Since the time of Francis Xavier (1506-1552), one of the earliest companions of Ignatius Loyola and the great missionary to Asia, Jesuits wished to follow in his footsteps to the east. In 1574 the fourth General of the Society of Jesus, Everard Mercurian (1514-1580), appointed Alessandro Valignano as his Visitor to the East. This meant that he was responsible for the work of all the Jesuits from India through to Japan (excluding those in the Philippines). Needless to say, this was a strategically important appointment that allowed Valignano to leave his stamp on the Jesuits’ manner of proceeding in Asia.
A lawyer before he joined the Jesuits, Valignano possessed a fine organizational mind and he was prepared to take his time analyzing the best means of participating in cross-cultural engagement and exchange. As a result, he came to the realization that in order for the Jesuits to be successful in their attempts to interact across cultures – and be the highly educated missionaries that they were, marked by their strong Christian humanism – then they needed to be the ones fitting into the local culture, and not the other way around.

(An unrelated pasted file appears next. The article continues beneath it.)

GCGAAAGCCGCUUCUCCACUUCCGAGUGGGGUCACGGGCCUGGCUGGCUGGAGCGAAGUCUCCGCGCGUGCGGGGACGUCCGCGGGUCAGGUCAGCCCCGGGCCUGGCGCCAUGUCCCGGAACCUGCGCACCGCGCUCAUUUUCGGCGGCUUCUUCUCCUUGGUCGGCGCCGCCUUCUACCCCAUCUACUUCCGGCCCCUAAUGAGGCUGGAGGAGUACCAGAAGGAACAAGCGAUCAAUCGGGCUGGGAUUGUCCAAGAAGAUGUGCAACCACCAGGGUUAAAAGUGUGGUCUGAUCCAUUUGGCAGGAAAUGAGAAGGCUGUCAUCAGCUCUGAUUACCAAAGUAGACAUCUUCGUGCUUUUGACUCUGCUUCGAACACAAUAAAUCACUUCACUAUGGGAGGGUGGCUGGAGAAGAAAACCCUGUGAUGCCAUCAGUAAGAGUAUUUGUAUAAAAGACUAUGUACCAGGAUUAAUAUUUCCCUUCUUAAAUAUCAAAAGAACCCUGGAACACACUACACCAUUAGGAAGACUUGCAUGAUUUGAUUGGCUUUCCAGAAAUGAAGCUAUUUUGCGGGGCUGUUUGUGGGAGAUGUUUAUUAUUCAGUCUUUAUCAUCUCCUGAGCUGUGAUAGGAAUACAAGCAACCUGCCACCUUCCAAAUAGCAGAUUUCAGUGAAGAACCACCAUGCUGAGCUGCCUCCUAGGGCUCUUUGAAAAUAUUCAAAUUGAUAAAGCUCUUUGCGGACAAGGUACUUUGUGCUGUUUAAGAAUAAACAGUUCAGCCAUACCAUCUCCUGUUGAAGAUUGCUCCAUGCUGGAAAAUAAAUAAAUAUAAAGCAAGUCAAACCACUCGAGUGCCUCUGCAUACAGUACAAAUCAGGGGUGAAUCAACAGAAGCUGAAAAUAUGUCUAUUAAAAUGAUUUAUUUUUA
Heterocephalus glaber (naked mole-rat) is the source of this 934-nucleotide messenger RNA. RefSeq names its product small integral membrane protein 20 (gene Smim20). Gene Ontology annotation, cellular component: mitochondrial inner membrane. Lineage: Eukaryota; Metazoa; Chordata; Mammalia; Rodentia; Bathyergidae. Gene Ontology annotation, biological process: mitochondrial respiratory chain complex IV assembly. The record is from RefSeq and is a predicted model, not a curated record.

That is, he knew that the church should not be exporting all things European to Asia, but needed to be “Indian in India, Japanese in Japan and Chinese in China”. To that end he gave very clear guidelines to the men under his charge. They were to learn the local languages, they were to treat new converts as equals and they were to seek to be as thoroughly localized as possible. He paid attention to what this meant in detailed ways: even directing the sort of houses to be built, the clothes to be worn and which men were best suited to serve in the different regions. It is for this reason he has become known as the architect of the missions.
Several of the legacies of his period of governance include the rapid growth of the Japanese Christian church during the latter decades of the sixteenth century, the promotion of the Tensho embassy of 1582 (which saw four young Japanese Christians visit Europe as official ambassadors) and the selection of Matteo Ricci as the Jesuit to attempt to enter China. He died in Macau in 1606.
Further Reading: Andrew C. Ross, A Vision Betrayed: The Jesuits in Japan and China, 1542-1742 (Edinburgh: Edinburgh University Press, 1994); J.F. Schütte, Valignano's Mission Principles for Japan (St Louis: Institute of Jesuit Sources, 1980).